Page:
It is a magnificent, early 1950s oversized glossy snapped by photographer James (Scotty) Kilpatrick, the sharp fold giving this end of Detroit Olympia ice a second crease: McNeil is sprawled on his back, wearing the tortured look of every maskless netminder, as teammate Émile (Butch) Bouchard arrives to clear the rebound.
Five years ago, upon the death of his father, David McNeil discovered the image in a dusty cardboard box stacked in the basement locker of the Pointe Claire condominium where his parents had lived.
McNeil has since learned more about the precious Kilpatricks his father had been given and squirreled away, photos he discussed during a poignant half-hour presentation at the Bell Centre last Saturday to the annual meeting of the Society for International Hockey Research.
continued and make sure to check out Gerry McNeil: Goaltender Under Pressure Manuscript Description that contains some fantastic old-school hockey pictures.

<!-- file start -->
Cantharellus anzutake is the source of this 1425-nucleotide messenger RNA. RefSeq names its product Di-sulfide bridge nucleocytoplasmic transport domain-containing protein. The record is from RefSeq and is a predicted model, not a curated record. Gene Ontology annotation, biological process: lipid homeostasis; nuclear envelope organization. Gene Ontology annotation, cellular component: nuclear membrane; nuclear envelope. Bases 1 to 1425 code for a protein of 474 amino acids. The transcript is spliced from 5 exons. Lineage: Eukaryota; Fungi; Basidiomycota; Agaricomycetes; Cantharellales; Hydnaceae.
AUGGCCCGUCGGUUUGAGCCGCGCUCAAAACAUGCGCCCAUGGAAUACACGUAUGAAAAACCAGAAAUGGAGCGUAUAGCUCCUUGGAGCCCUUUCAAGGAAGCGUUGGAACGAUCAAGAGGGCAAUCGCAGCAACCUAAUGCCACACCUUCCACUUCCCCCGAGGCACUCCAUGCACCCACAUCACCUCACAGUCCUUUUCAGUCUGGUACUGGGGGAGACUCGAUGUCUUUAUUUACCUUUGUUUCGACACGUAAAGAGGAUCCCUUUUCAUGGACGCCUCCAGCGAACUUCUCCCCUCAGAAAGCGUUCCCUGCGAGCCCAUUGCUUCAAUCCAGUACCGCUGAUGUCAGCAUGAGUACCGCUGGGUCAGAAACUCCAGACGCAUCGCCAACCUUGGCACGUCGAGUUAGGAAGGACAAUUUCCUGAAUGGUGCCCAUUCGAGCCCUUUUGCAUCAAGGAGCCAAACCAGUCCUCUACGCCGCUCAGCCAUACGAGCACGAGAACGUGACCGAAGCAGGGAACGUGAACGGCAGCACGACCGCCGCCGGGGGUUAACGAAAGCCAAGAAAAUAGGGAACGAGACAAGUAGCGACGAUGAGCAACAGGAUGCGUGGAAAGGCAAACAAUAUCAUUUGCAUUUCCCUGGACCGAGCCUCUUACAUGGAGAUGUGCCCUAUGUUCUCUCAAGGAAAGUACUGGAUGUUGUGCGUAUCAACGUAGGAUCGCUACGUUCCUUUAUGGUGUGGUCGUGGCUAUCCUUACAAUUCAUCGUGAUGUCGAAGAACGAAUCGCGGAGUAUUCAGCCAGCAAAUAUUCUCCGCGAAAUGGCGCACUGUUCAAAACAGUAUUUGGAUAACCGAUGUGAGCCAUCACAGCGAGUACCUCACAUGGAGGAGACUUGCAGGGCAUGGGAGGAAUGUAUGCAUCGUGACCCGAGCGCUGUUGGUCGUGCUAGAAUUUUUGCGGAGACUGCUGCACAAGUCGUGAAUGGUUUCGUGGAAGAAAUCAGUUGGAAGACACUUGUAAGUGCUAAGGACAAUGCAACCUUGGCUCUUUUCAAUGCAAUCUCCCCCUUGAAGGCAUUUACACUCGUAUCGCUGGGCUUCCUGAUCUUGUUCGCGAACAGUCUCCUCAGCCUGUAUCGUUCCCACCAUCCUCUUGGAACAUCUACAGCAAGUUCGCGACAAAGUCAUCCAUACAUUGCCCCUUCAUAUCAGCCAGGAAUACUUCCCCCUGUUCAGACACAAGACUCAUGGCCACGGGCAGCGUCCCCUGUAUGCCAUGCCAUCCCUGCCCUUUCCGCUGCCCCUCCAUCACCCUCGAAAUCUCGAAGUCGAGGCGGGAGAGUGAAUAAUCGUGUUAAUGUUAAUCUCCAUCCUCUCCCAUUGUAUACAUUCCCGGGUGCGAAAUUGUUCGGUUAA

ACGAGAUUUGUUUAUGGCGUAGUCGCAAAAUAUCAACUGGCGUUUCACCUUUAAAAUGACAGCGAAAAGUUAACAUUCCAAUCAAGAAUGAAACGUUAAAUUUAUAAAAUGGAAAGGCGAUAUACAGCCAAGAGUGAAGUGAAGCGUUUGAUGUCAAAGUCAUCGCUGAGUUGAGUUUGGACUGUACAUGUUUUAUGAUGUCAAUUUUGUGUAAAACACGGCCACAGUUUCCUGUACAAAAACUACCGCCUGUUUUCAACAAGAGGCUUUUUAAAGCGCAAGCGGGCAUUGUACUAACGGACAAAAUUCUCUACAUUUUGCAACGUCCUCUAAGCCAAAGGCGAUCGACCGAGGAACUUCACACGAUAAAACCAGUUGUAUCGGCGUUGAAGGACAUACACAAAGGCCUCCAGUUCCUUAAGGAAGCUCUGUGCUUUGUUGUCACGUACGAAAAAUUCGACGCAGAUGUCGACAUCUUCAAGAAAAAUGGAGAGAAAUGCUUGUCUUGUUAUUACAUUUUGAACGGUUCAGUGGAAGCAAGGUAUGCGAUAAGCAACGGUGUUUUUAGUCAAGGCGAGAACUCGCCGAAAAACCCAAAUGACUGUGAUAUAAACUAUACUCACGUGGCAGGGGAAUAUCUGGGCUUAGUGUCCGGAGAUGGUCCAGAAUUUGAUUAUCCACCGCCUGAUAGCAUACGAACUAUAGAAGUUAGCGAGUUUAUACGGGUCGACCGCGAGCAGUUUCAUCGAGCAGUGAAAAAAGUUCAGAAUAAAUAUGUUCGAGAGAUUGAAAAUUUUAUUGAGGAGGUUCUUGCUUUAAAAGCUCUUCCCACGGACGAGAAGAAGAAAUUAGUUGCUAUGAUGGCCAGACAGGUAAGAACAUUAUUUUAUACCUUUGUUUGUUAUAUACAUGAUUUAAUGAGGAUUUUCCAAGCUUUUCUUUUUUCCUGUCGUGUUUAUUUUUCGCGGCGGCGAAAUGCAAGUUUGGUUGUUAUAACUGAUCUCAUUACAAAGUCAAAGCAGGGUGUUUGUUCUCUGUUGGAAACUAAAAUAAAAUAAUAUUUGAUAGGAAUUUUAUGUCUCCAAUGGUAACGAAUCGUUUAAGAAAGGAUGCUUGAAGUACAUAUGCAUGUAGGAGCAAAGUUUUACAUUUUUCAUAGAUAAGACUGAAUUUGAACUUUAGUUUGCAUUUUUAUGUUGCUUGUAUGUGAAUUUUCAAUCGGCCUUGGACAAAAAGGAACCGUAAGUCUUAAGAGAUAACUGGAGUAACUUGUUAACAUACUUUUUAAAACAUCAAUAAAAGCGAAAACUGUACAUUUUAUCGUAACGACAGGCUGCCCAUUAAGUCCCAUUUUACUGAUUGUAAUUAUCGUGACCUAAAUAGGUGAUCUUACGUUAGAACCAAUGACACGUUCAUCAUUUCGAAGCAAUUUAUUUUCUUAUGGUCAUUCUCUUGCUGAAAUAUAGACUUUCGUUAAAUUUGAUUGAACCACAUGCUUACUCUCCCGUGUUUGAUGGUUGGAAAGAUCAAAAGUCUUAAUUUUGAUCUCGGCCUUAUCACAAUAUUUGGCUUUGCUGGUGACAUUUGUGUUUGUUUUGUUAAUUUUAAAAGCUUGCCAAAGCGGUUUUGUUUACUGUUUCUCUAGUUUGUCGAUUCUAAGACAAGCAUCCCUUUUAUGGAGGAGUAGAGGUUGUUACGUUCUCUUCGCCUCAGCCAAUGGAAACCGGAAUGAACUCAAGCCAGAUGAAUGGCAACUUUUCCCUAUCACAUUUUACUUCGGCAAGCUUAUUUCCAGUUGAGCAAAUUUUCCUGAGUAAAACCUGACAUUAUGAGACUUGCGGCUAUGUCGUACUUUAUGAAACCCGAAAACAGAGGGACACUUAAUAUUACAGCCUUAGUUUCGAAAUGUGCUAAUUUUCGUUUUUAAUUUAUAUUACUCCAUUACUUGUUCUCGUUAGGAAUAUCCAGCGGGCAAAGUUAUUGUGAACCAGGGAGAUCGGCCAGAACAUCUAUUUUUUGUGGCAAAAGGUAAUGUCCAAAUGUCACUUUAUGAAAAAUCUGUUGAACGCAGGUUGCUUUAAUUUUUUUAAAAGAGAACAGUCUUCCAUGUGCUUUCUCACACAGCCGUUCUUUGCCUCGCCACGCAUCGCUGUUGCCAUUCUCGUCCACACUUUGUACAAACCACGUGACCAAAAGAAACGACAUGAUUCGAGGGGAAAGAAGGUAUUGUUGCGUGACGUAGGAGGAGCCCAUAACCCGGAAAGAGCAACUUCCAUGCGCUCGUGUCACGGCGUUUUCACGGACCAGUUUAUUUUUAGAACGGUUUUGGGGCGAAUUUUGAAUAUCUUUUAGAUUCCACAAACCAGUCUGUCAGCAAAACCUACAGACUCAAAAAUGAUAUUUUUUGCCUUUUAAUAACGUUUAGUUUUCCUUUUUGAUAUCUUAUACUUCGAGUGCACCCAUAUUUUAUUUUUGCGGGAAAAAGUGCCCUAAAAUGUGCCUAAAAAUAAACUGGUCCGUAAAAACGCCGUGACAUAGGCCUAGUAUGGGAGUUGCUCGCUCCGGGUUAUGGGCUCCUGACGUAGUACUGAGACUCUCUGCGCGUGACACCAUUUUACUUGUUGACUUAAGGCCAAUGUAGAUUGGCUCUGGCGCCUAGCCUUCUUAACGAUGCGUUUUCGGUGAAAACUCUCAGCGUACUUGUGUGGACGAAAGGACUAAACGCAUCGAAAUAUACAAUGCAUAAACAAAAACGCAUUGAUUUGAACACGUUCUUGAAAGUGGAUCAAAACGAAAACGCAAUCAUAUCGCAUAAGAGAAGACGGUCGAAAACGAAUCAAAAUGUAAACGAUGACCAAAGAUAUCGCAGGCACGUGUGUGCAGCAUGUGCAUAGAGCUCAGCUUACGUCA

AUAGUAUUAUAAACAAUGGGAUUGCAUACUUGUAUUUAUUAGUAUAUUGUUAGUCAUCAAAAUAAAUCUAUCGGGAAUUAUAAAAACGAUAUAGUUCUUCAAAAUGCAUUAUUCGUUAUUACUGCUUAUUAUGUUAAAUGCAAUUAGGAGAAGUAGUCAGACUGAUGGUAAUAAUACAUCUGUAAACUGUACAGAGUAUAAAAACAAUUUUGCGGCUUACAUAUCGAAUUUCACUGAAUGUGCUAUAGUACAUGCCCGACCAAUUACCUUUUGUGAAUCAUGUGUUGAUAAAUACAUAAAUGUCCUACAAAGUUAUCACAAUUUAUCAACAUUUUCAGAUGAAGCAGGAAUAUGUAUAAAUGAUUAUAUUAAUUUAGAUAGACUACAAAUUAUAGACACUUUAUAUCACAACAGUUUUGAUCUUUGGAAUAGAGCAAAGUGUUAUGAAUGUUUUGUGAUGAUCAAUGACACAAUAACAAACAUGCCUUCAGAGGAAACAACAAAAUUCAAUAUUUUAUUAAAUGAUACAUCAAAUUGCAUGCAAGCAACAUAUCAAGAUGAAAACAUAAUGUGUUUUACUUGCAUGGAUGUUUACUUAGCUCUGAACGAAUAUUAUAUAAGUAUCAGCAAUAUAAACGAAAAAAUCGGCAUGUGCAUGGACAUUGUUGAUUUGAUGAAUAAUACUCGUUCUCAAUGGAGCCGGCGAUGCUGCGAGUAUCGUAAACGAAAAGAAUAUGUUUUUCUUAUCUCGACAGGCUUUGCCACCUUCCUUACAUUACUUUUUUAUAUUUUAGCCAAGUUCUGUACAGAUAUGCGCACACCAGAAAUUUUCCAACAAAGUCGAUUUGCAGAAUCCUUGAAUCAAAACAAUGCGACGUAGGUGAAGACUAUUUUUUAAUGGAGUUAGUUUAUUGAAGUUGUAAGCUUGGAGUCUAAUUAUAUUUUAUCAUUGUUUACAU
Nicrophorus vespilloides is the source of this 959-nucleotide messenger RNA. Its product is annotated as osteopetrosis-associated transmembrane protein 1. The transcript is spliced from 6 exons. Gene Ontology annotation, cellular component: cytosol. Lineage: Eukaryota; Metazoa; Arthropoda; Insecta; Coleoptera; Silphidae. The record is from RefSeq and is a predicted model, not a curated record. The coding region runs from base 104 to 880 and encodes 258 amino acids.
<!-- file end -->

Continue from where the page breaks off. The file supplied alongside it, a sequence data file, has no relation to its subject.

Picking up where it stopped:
from Michael Farber of Sports Illustrated,
Florida defenseman Jay Bouwmeester figures to break the bank when he becomes an unrestricted free agent July 1. So, what about the second-most coveted free-agent defenseman: Montreal’s Mike Komisarek?
According to an NHL team executive, his organization initially viewed the right-side blueliner as a $6 million player but downgraded him slightly after his mediocre season. One problem is the rugged Komisarek brings virtually no offense into the equation. He is an upgrade over Scott Hannan, who signed a four-year, $18 million contract with Colorado in 2007, but with the salary cap poised to shrink in 2010-11, Komisarek might be worth closer to $5 million annually.